Essay:Comparison of the Pan-German Party to the Christian Socialists
|Issue||Pan-German Party||Christian Socialists|
|Leader||George von Schönerer||Dr. Karl Lueger|
|Leader's strengths||When I compared their respective abilities Schönerer seemed to me a better and more profound thinker on fundamental problems. He foresaw the inevitable downfall of the Austrian State more clearly and accurately than anyone else.||His profound knowledge of human nature enabled him to form a correct estimate of the various social forces and it saved him from under-rating the power of existing institutions. And it was perhaps this very quality which enabled him to utilize those institutions as a means to serve the purposes of his policy.|
|Leader's insight into human nature||But though Schönerer succeeded in penetrating to the essentials of a problem he was very often much mistaken in his judgment of men. All ideas that this Pan-German had were right in the abstract, but he did not have the forcefulness or understanding necessary to put his ideas across to the broad masses. He was not able to formulate them so that they could be easily grasped by the masses, whose powers of comprehension are limited and will always remain so. Therefore all Schönerer’s knowledge was only the wisdom of a prophet and he never could succeed in having it put into practice.
This lack of insight into human nature led him to form a wrong estimate of the forces behind certain movements and the inherent strength of old institutions. Schönerer indeed realized that the problems he had to deal with were in the nature of a Weltanschhauung; but he did not understand that only the broad masses of a nation can make such convictions prevail, which are almost of a religious nature.
Unfortunately he understood only very imperfectly how feeble is the fighting spirit of the so-called bourgeoisie.
|He had a rare gift of insight into human nature and he was very careful not to take men as something better than they were in reality. He based his plans on the practical possibilities which human life offered him, whereas Schönerer had only little discrimination in that respect.
He saw only too clearly that, in our epoch, the political fighting power of the upper classes is quite insignificant and not at all capable of fighting for a great new movement until the triumph of that movement be secured. Thus he devoted the greatest part of his political activity to the task of winning over those sections of the population whose existence was in danger and fostering the militant spirit in them rather than attempting to paralyse it. He was also quick to adopt all available means for winning the support of long-established institutions, so as to be able to derive the greatest possible advantage for his movement from those old sources of power.
Thus it was that, first of all, he chose as the social basis of his new Party that middle class which was threatened with extinction. In this way he secured a solid following which was willing to make great sacrifices and had good fighting stamina. His extremely wise attitude towards the Catholic Church rapidly won over the younger clergy in such large numbers that the old Clerical Party was forced to retire from the field of action or else, which was the wiser course, join the new Party, in the hope of gradually winning back one position after another.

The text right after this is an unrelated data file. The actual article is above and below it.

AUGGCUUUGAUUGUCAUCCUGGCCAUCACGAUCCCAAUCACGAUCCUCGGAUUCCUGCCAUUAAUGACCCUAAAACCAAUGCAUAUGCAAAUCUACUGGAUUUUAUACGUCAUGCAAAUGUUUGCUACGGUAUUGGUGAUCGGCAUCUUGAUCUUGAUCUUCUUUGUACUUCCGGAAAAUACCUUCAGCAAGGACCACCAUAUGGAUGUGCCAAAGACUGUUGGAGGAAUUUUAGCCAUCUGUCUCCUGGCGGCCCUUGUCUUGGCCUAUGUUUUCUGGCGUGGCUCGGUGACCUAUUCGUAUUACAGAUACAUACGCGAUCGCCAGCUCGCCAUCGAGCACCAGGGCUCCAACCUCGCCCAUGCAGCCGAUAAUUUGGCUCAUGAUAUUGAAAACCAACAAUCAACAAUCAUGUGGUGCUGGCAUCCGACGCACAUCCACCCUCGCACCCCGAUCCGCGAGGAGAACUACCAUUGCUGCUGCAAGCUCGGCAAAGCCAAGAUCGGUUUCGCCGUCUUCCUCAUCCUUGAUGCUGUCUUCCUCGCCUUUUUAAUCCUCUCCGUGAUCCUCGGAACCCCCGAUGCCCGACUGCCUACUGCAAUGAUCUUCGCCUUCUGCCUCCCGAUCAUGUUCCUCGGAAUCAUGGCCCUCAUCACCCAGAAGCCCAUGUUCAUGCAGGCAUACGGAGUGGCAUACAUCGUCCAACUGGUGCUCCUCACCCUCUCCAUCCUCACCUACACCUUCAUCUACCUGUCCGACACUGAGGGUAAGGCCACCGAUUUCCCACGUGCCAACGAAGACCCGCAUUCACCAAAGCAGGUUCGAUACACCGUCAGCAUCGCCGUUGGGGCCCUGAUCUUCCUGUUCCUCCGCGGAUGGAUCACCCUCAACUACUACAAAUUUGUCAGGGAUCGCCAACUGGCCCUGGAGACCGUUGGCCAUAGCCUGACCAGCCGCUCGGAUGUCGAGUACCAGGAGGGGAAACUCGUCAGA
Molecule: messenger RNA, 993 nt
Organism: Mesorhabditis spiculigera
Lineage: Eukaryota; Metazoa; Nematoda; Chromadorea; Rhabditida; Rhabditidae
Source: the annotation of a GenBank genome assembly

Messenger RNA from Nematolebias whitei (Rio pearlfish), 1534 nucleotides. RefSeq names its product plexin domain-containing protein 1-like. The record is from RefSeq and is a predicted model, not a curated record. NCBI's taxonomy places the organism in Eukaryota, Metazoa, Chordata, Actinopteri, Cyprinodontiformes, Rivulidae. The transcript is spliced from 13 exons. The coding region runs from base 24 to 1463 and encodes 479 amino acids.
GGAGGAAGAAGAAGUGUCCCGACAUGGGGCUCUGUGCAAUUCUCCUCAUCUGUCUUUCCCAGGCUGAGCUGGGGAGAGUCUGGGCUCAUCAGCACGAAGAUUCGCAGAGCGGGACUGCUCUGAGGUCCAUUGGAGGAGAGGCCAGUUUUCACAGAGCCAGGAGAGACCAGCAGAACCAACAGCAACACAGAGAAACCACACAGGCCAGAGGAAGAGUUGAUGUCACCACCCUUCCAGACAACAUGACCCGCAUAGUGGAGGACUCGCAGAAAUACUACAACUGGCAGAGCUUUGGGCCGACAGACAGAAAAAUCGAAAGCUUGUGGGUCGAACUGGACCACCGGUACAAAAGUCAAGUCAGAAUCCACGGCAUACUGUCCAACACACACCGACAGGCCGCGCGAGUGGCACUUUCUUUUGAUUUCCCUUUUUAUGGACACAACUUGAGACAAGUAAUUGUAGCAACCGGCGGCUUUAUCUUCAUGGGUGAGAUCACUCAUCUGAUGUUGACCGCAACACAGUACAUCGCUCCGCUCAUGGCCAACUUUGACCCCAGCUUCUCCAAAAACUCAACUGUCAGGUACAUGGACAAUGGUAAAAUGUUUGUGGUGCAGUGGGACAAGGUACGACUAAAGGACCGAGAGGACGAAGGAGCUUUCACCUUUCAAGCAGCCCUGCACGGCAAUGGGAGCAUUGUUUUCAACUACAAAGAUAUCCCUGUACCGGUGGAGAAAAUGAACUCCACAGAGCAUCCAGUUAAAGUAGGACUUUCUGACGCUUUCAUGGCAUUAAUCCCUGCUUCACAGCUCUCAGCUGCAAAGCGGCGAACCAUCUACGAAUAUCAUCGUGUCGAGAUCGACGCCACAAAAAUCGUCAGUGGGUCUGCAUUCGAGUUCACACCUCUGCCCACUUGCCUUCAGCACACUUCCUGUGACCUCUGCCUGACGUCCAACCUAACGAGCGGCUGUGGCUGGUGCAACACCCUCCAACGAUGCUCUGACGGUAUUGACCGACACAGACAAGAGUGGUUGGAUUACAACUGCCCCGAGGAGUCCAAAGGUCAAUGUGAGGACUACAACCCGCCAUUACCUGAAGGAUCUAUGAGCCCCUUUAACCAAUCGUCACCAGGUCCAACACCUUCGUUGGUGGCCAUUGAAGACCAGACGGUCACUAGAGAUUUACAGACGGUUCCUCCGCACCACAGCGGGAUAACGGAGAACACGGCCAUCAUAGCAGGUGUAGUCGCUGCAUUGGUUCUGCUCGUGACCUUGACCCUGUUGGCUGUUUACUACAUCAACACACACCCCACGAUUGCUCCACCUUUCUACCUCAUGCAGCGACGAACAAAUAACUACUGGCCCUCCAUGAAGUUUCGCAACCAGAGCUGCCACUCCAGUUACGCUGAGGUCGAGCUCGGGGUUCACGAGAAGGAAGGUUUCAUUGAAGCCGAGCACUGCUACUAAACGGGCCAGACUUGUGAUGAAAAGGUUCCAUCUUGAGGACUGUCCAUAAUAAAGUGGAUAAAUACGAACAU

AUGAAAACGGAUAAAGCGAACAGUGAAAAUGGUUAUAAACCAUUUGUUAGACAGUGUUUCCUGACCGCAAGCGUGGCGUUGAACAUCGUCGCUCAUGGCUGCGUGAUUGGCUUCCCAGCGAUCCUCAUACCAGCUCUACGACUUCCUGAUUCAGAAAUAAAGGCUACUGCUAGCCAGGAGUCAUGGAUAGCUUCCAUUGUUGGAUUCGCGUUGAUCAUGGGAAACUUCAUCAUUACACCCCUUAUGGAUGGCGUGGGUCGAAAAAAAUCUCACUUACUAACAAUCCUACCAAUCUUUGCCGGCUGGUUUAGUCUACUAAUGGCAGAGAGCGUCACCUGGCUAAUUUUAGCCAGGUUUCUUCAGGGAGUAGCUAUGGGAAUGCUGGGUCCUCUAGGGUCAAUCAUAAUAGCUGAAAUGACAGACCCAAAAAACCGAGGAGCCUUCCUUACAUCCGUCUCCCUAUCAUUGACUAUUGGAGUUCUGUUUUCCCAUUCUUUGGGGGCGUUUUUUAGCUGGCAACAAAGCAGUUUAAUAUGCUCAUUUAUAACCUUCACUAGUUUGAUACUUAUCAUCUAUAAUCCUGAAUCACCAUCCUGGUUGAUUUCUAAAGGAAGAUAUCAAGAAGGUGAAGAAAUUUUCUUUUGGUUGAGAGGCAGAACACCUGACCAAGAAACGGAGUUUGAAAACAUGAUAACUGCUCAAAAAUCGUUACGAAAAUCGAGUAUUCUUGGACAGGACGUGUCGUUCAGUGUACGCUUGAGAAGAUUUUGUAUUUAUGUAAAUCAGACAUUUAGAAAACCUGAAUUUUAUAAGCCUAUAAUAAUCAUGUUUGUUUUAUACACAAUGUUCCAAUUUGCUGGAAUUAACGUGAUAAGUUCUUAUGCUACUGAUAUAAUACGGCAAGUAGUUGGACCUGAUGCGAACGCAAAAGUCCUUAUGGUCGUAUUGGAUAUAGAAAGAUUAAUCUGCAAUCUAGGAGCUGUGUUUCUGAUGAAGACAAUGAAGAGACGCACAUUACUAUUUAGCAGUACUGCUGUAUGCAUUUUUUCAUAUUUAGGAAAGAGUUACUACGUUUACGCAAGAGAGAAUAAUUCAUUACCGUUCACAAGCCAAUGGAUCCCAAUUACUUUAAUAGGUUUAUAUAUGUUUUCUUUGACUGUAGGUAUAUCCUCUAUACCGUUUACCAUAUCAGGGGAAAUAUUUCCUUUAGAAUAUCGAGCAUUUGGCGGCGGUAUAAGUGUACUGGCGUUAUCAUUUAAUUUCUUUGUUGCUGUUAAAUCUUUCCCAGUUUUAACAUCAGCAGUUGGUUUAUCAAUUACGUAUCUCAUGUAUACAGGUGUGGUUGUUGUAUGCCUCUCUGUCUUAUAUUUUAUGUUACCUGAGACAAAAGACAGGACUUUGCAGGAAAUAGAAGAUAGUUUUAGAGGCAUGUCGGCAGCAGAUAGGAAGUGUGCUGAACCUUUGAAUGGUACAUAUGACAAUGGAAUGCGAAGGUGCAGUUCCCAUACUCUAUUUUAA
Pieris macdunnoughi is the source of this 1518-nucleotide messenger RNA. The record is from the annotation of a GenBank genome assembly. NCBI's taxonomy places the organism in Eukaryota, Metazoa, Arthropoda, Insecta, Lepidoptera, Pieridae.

|Ideas and means||The Pan-German Party was perfectly right in its fundamental ideas regarding the aim of the Movement, which was to bring about a German restoration, but it was unfortunate in its choice of means.||The Christian-Socialist Movement had only a vague concept of a German revival as part of its object, but it was intelligent and fortunate in the choice of means to carry out its policy as a Party.|
|Nationalism||It was nationalist, but unfortunately it paid too little heed to the social problem, and thus it failed to gain the support of the masses.||they utterly failed to appreciate the value of the national idea as a source of political energy.|
|Anti-Jewish policy||Its anti-Jewish policy, however, was grounded on a correct perception of the significance of the racial problem and not on religious principles.||The Christian-Socialists grasped the significance of the social question; but they adopted the wrong principles in their struggle against Jewry|
|How they could have succeeded||if the Pan-German leaders, on the other hand, in addition to their correct judgment of the Jewish problem and of the national idea, had adopted the practical wisdom of the Christian-Socialist Party, and particularly their attitude towards Socialism||If the Christian-Socialist Party, together with its shrewd judgment in regard to the worth of the popular masses, had only judged rightly also on the importance of the racial problem - which was properly grasped by the Pan-German Movement - and if this party had been really nationalist|